It’s fair to say I’ve fallen in love with Worzel Gummidge. I’ve always wanted to love the lovable scarecrow, but the dusty prints were a turn-off for me. It heightened any weird edges that were present. The remastered prints as seen on recent reruns via Talking Pictures TV are much more pleasant, and allow more concentration on the finer details.
Based on the books by Barbara Euphan Todd, Southern TV’s Worzel Gummidge featured Jon Pertwee playing the lovable scarecrow. It ran for 30 episodes over four series, and a Christmas special, from 1979 to 1981. Such was the popularity of this series, a single was released by Pertwee in 1980. Entitled Worzel’s Song, it reached a peak of 33 on the Official UK Charts in March of that year.
I can’t remember exactly how I came to own a copy of this record, it just kind of slipped into my collection via the many bundles I’ve received. It came with no sleeve, but the record seemed in moderately good condition. I was not inclined to play it, until after I experienced a long session of watching Jon Pertwee’s Third Doctor in Doctor Who.
While organizing my collection, I stumbled upon it and decided to give it a spin. It sounded a little crispy audio-wise, but the song soon overtook the limitations of the medium. The song is a jaunty number that bops along at a bouncy tempo. It is a faster version of the song performed in the show, with extra verses and Worzel content. Also, he is singing it directly to the listening audience, as opposed to any other in-show characters.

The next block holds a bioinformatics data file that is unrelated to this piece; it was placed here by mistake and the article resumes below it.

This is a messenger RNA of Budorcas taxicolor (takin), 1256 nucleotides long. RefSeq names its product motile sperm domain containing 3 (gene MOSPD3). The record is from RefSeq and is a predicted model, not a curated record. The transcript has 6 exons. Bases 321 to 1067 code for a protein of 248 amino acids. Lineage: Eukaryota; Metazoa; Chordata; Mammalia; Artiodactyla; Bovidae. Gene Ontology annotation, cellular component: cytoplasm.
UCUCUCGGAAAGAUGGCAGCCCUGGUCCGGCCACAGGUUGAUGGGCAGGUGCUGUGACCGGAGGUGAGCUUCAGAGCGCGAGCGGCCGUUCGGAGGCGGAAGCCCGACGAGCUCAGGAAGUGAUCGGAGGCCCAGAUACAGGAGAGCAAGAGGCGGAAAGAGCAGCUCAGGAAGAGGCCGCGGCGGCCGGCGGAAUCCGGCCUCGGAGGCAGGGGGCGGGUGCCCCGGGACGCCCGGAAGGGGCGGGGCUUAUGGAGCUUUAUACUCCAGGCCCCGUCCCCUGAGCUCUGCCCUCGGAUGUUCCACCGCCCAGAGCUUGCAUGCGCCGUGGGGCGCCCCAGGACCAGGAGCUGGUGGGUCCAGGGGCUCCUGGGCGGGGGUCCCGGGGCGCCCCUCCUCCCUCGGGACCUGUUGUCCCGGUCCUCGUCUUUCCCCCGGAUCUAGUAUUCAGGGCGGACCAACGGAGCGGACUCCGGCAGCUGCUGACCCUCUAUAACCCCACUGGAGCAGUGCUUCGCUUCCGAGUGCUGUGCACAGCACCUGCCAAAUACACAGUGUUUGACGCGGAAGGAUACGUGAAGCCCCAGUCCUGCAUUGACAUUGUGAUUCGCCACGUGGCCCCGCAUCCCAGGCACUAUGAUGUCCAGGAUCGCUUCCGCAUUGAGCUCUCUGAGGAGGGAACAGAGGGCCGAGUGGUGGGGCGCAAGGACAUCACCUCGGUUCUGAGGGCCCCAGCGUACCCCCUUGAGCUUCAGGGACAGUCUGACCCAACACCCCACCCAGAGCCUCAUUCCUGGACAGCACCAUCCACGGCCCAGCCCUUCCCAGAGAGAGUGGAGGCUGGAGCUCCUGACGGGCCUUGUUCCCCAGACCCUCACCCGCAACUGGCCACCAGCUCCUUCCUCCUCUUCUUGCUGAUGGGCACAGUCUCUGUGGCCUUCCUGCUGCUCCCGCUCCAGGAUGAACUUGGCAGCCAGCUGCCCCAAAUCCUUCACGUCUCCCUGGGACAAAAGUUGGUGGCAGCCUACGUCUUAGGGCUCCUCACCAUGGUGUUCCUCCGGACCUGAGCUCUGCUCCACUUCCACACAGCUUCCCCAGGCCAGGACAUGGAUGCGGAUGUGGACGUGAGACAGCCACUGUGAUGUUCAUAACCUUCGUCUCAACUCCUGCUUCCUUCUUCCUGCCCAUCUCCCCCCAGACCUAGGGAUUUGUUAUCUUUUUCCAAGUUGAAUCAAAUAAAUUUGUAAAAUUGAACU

The verses bring in references to storylines from the show, but the chorus is universal. It gives instructions on how to speak Worzel’s Worzeleeze language. It’s a repetitive section so catchy and rhythmically pleasing, that you won’t even realise you’re joining in. Pertwee’s eccentric vocals and consistent characterisation are a major reason why this throwaway novelty song hits harder than it has any right to.
The B-Side is a slower song entitled Who’d be a Scarecrow? I would write about it at length, but it just seems to pale in comparison to the main single. It’s a little slow and seems like filler, an instrumental version of the A-Side would’ve sufficed.
Overall, Worzel’s Song is a fun novelty that deserves to be more remembered. Jon Pertwee really embodies the character, and all of his additional material is on point. The production is tight and still sounds great. Try and seek out if you can for a warm fuzzy feeling; It isn’t available on streaming sadly. Watch Worzel Gummidge on Talking Pictures each Friday at 6pm